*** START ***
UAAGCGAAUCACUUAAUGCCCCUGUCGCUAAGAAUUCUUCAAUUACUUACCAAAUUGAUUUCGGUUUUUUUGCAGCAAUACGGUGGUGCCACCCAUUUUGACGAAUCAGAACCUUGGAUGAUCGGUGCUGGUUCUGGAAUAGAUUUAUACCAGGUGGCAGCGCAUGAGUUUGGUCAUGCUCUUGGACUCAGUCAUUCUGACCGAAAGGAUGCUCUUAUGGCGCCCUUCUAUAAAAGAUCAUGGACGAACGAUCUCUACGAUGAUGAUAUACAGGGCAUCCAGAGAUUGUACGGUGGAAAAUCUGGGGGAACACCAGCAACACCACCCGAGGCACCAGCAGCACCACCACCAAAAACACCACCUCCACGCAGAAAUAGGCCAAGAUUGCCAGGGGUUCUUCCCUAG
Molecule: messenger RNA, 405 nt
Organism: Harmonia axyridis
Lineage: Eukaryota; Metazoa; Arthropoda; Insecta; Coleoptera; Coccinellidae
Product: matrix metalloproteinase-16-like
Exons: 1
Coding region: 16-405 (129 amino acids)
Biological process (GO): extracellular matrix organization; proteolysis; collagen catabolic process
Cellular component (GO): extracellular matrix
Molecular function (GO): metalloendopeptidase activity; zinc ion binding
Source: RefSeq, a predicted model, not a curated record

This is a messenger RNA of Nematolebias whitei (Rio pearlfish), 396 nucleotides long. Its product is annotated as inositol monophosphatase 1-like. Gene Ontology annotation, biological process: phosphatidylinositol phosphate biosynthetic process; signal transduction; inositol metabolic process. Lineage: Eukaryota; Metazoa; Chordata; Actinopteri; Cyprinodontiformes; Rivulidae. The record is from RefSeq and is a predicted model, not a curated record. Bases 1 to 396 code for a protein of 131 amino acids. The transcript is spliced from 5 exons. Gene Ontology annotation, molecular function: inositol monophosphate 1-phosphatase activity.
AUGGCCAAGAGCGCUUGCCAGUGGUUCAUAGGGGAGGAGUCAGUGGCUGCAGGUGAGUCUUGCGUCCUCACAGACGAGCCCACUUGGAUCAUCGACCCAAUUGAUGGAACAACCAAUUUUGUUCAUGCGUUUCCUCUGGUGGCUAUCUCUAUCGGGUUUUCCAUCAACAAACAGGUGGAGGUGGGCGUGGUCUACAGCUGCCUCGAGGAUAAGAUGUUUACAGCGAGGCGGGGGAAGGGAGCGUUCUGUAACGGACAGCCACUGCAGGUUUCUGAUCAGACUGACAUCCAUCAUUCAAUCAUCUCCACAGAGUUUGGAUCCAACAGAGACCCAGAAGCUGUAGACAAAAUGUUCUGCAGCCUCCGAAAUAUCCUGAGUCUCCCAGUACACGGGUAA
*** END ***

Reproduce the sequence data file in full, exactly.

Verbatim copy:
UAAGCGAAUCACUUAAUGCCCCUGUCGCUAAGAAUUCUUCAAUUACUUACCAAAUUGAUUUCGGUUUUUUUGCAGCAAUACGGUGGUGCCACCCAUUUUGACGAAUCAGAACCUUGGAUGAUCGGUGCUGGUUCUGGAAUAGAUUUAUACCAGGUGGCAGCGCAUGAGUUUGGUCAUGCUCUUGGACUCAGUCAUUCUGACCGAAAGGAUGCUCUUAUGGCGCCCUUCUAUAAAAGAUCAUGGACGAACGAUCUCUACGAUGAUGAUAUACAGGGCAUCCAGAGAUUGUACGGUGGAAAAUCUGGGGGAACACCAGCAACACCACCCGAGGCACCAGCAGCACCACCACCAAAAACACCACCUCCACGCAGAAAUAGGCCAAGAUUGCCAGGGGUUCUUCCCUAG
Molecule: messenger RNA, 405 nt
Organism: Harmonia axyridis
Lineage: Eukaryota; Metazoa; Arthropoda; Insecta; Coleoptera; Coccinellidae
Product: matrix metalloproteinase-16-like
Exons: 1
Coding region: 16-405 (129 amino acids)
Biological process (GO): extracellular matrix organization; proteolysis; collagen catabolic process
Cellular component (GO): extracellular matrix
Molecular function (GO): metalloendopeptidase activity; zinc ion binding
Source: RefSeq, a predicted model, not a curated record

This is a messenger RNA of Nematolebias whitei (Rio pearlfish), 396 nucleotides long. Its product is annotated as inositol monophosphatase 1-like. Gene Ontology annotation, biological process: phosphatidylinositol phosphate biosynthetic process; signal transduction; inositol metabolic process. Lineage: Eukaryota; Metazoa; Chordata; Actinopteri; Cyprinodontiformes; Rivulidae. The record is from RefSeq and is a predicted model, not a curated record. Bases 1 to 396 code for a protein of 131 amino acids. The transcript is spliced from 5 exons. Gene Ontology annotation, molecular function: inositol monophosphate 1-phosphatase activity.
AUGGCCAAGAGCGCUUGCCAGUGGUUCAUAGGGGAGGAGUCAGUGGCUGCAGGUGAGUCUUGCGUCCUCACAGACGAGCCCACUUGGAUCAUCGACCCAAUUGAUGGAACAACCAAUUUUGUUCAUGCGUUUCCUCUGGUGGCUAUCUCUAUCGGGUUUUCCAUCAACAAACAGGUGGAGGUGGGCGUGGUCUACAGCUGCCUCGAGGAUAAGAUGUUUACAGCGAGGCGGGGGAAGGGAGCGUUCUGUAACGGACAGCCACUGCAGGUUUCUGAUCAGACUGACAUCCAUCAUUCAAUCAUCUCCACAGAGUUUGGAUCCAACAGAGACCCAGAAGCUGUAGACAAAAUGUUCUGCAGCCUCCGAAAUAUCCUGAGUCUCCCAGUACACGGGUAA